##
* *Reflection: Parent Communication
What is Happening to the Little Brown Bat? - Section 3: Closing

How many times have parents asked their children this very question only to hear the response, "Nothing," or "I don't know"?

This type of closing is a beautiful way to open communication of learning with parents. The best is that the response comes from the student, but it is also an assessment piece for the teacher.

My students are required to have their parents initial all of their homework, so when the students take home facts about bats today as math homework, the hope is that the conversation will turn to the fact that the students created line graphs, that the little brown bat population is declining rapidly, and that graphs can show us a lot of data in an easy picture.

Now, not only do parents hear what happened in school, but the students are once again practicing communicating their leaning and understandings in a real world way.

*What Did You Do in School Today?*

*Parent Communication: What Did You Do in School Today?*

# What is Happening to the Little Brown Bat?

Lesson 5 of 14

## Objective: Students will be able to convert a table with bat population trends into a line graph that will enable them to make statements about the population of the Little Brown Bat over time.

## Big Idea: The students are working on a large project focused on helping save the Little Brown Bat, which will culminate in the building of bat houses for our community. This lesson pairs graphing skills with learning about White Nose Syndrome in bats.

*50 minutes*

#### Mini-Lesson

*10 min*

To open the lesson, I project some of the bar graphs created during the previous day's lesson. I launch the students into a conversation to review graph construction, essential parts of a bar graph, and how to analyze information communicated by the graph.

Next, I present a line graph entitled Bean Plant, which is found in the resources. At this juncture, I ask students questions about what they notice about a line graph and what makes it different from a bar graph. My goal is to move from conversation to analysis by asking questions such as, "What kind of information would a line graph be used to communicate?" "How is that different from what a bar graph displays?" (The day before we discussed that a bar graph compares different categories.)

Finally, I will add two more lines to the line graph and label them Lima Bean and Grass Seed. This is when I teach the children that line graphs can represent multiple variables and can be used to analyze comparison data as well.

While we look at the line graph as a whole class, I ask several questions to help the children practice interpreting data. Some examples are:

*Which plant grew the fastest? How do you know?*

*How long did it take the grass seed to grow to 2 inches? *

*When did the bean seed grow the slowest? Explain.*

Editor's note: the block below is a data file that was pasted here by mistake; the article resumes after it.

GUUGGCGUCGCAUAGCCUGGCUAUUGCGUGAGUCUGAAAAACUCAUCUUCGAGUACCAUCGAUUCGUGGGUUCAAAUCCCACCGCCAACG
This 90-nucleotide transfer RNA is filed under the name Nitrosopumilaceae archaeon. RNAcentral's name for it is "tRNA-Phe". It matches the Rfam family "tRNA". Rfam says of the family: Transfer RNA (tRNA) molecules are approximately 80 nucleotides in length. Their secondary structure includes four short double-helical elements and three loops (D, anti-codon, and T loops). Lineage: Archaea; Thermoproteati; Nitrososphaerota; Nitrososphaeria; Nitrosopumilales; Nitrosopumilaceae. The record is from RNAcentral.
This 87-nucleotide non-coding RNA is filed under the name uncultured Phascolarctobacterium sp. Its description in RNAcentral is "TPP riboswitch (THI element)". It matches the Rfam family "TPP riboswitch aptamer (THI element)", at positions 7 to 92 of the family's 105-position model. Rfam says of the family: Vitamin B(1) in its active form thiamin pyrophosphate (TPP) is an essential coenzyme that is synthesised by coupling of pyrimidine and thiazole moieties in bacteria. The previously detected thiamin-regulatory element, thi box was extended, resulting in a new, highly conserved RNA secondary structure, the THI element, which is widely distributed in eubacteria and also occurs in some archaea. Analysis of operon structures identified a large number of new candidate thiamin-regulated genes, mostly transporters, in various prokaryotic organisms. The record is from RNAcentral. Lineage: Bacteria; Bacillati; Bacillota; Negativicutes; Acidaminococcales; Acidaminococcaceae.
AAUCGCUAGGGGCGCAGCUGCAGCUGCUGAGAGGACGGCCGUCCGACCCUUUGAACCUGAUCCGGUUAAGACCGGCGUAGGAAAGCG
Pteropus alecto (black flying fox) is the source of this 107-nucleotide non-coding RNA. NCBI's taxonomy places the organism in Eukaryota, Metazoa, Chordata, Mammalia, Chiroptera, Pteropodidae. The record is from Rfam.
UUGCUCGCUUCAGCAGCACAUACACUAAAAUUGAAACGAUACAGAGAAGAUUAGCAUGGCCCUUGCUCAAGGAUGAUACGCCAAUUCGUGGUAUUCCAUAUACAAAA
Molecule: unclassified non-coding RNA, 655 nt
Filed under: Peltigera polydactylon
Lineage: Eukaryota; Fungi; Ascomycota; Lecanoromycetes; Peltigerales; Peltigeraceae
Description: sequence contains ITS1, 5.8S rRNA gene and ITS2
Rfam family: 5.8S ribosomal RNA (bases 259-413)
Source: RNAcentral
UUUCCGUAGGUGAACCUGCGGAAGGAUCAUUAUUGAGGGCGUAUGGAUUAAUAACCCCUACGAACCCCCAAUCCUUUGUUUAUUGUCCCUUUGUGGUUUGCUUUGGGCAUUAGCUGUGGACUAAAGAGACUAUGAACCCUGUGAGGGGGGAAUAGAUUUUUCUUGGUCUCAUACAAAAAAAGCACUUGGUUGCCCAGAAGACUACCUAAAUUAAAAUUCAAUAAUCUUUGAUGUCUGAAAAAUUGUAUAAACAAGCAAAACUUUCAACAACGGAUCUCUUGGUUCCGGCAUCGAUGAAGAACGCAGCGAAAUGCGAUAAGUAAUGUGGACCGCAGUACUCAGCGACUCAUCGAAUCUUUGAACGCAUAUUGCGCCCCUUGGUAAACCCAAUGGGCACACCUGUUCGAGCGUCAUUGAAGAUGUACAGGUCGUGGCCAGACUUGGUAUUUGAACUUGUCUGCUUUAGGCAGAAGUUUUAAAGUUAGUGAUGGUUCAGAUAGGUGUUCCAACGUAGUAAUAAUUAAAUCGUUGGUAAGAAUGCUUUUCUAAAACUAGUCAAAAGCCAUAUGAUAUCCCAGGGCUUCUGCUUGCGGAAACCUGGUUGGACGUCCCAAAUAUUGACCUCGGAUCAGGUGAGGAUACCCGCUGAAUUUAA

#### Resources

*expand content*

#### Active Engagement

*30 min*

To provide independent practice, I hand out a reading passage about the declining bat populations due to the white nose syndrome. The table at the bottom of the reading shows population trends for the Large Brown Bat and the Little Brown Bat in 5 roosts over the last 5 years.

As a class, we discuss how many lines to use on the graph paper and what the interval will be. I also review how to find where the marker (point) will be located on the graph using the intersecting axes.

Then partners are asked to create the graph to communicate the collected data in the table.

In this clip, I ask the students to explain what information the graph shows. During this work, many of the students realize the real issue for the Little Brown Bats by looking at the trends and comparing it with the Big Brown Bat. I heard comments like "This is so sad," or, "I feel bad for the bats."

The other thing you may notice in this video is the simple critiquing that the students in my room are comfortable and capable of initiating without help. Listen in and see if you can identify it!

The student in this clip reads her data incorrectly and we discuss what is happening. Notice her rounding of the numbers. As she rounds, she is plotting and moving from one bat's data to the other. It takes her about 5 minutes to find her error, but she perseveres in the task and revises her work accordingly. The only thing I did was confer with her and remain patient.

*expand content*

#### Closing

*10 min*

To close the lesson, I ask the students to work with their partners to write three statements from the graph to share with their parents that evening.

This is a great way to assess understanding of a concept, practice communicating knowledge, and communicate with parents.

*expand content*

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- UNIT 1: Developing Mathematical Practices
- UNIT 2: Understanding Multiplication
- UNIT 3: Using Multiplication to Find Area
- UNIT 4: Understanding Division
- UNIT 5: Introduction To Fractions
- UNIT 6: Unit Fractions
- UNIT 7: Fractions: More Than A Whole
- UNIT 8: Comparing Fractions
- UNIT 9: Place Value
- UNIT 10: Fluency to Automoticity
- UNIT 11: Going Batty Over Measurement and Geometry
- UNIT 12: Review Activities

- LESSON 1: How Time Flies
- LESSON 2: Time Flies When You're Having Fun
- LESSON 3: How Can We Get It All Done?
- LESSON 4: Wing Span
- LESSON 5: What is Happening to the Little Brown Bat?
- LESSON 6: How Much Paint Do We Need?
- LESSON 7: Where Do These Nails Go?
- LESSON 8: Nailed It!
- LESSON 9: Tri Tri Triangles
- LESSON 10: What Angles are on a Bat House?
- LESSON 11: BUILDING DAY!
- LESSON 12: What Makes a Shape? Analyzing and Script Writing
- LESSON 13: Using a ShowMe as an Assessment
- LESSON 14: Polygon Puzzle